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Mother of Him at Park200 Park Theatre | Review

Tracy-Ann Oberman (Brenda Kapowitz) - Mother of Him - Park Theatre - Photo by Bronwen Sharp
Tracy-Ann Oberman (Brenda Kapowitz) – Mother of Him – Park Theatre – Photo by Bronwen Sharp

It should feel as though the house is getting smaller, closing in on them, as the play goes on.” So says a note on the setting in the script of Mother of Him, but from my vantage point in the Park Theatre, things pretty much stayed the same, except that the presence of Tess (Anjelica Serra), cleaner to Brenda Kapowitz (Tracy-Ann Oberman), means the Kapowitz house ends up looking considerably tidier. Otherwise, almost everything in terms of set is grey – the kitchen table, the door, the staircase, the wired landline and cordless phone, floors, walls, and even a milk carton: all grey.

If that was meant to be a metaphor for the play, it’s not a very good one, as this is a production that is almost always riveting. It’s not entirely clear straight away what it is that Matthew (Scott Folan), Brenda’s teenage son, is supposed to have done, and my hypothesis that there might be some kind of trial on stage, as there is in The Crucible and Witness For The Prosecution, proved to be unfounded – while there are court proceedings, which explains the regular presence of Robert Rosenberg (Simon Hepworth), Brenda’s friend and Matthew’s lawyer, they take place off-stage.

There’s also Brenda’s younger son, Jason (Matt Goldberg on press night, the role being shared with Hari Aggarwal), eight years old, and brief appearances from Jessica (also Serra), Matthew’s girlfriend, and Steven (Neil Sheffield), Brenda’s ex-husband. Jason is a gregarious schoolboy, and a perceptive one too, and whatever Brenda does to shield him from the worst effects of the media frenzy surrounding Matthew, he works out a considerable amount for himself. Sometimes, the wisdom of children can be grossly underestimated.

Jason also has better reason than most children to not want to set foot outside unaccompanied to begin his journey to school – there are reporters, photographers and camera crews outside, all the time. Eventually (and to close the first half), Brenda does something altogether extraordinary and (at least to me) altogether understandable in the pressurised circumstances: she needs to let off steam somehow. Her frustration is quite palpable in a play that becomes as much about her than the son about to be tried in court.

Matthew doesn’t exactly deny what happened, but the details are rather sketchy in his mind, such that Robert has his work cut out shoring up the case for the defence. Matthew gets on well with his younger brother, dispensing advice whenever appropriate and generally being very supportive, to the point where it is difficult to believe that this is someone who couldn’t comply with the law. The play doesn’t have a ‘this is how it really is’ scene for him – it’s Brenda who bares her soul instead – but in relatively brief moments, much about Matthew is revealed.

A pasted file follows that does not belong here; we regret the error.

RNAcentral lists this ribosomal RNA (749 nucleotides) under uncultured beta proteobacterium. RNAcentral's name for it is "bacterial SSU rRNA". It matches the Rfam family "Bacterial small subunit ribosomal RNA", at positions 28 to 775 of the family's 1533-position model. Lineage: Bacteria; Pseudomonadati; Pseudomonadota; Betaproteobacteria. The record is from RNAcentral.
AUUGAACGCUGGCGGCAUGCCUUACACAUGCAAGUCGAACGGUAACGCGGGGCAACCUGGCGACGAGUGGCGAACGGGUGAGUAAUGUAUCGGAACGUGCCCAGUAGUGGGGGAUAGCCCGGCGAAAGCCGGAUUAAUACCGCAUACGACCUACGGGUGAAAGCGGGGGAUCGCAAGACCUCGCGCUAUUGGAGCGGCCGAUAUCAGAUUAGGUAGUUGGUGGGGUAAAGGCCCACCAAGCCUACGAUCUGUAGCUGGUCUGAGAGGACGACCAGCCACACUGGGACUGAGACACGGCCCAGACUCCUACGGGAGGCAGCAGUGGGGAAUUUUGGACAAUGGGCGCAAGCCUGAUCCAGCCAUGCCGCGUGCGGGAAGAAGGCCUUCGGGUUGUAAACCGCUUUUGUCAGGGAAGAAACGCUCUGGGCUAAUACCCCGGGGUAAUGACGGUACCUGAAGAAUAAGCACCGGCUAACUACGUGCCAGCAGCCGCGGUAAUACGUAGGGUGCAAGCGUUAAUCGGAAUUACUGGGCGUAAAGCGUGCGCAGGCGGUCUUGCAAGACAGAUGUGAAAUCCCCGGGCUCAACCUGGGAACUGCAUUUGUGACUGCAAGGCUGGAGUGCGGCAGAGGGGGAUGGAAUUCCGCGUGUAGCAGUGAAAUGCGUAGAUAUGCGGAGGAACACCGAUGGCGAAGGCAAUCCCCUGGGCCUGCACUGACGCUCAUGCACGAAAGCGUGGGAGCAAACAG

The intensity of the play had several audience members breathe sighs of relief on entering the bar at the interval. There’s little respite in the second half as Brenda tries to come to terms with the very idea that her offspring has done something terrible. It’s also worth pointing out that the play is distinctly Jewish in nature, complete with Hanukkah candles and Menorah blessings, though Brenda is not the most meticulous of Judaism’s adherents. The play seems to suggest that the outside world at large is struggling with the idea that an affluent Jewish teenager could possibly do anything heinous, and in doing so, this is a gripping and thoughtful production.

4 stars

Review by Chris Omaweng

December. Toronto. It’s cold.
Brenda, a single Jewish mother (Tracy-Ann Oberman, best known for EastEnders and the hit comedies Friday Night Dinner and Toast of London) tries to manage her professional life whilst ushering youngest son, Jason, off to school. His elder brother remains asleep upstairs. This could be a day like any other, if older brother Matthew wasn’t under house arrest.

Pursued by the media and tormented by guilt, Brenda tries to to hold her family together as the world is set to tear them apart. Inspired by true events, Evan Placey’s powerful and provocative drama questions what it takes for for a mother to stop loving her son.

Jacob Thomas and Oliver Mackwood Productions in association with Park Theatre present
Mother of Him
By Evan Placey

Directed by Max Lindsay
Cast includes Tracy-Ann Oberman, Simon Hepworth, Neil Sheffield, Anjelica Serra, Scott Folan, Matt Goldberg and Hari Aggarwal.

Plays: 18 Sep – 26 Oct 2019
https://www.parktheatre.co.uk/

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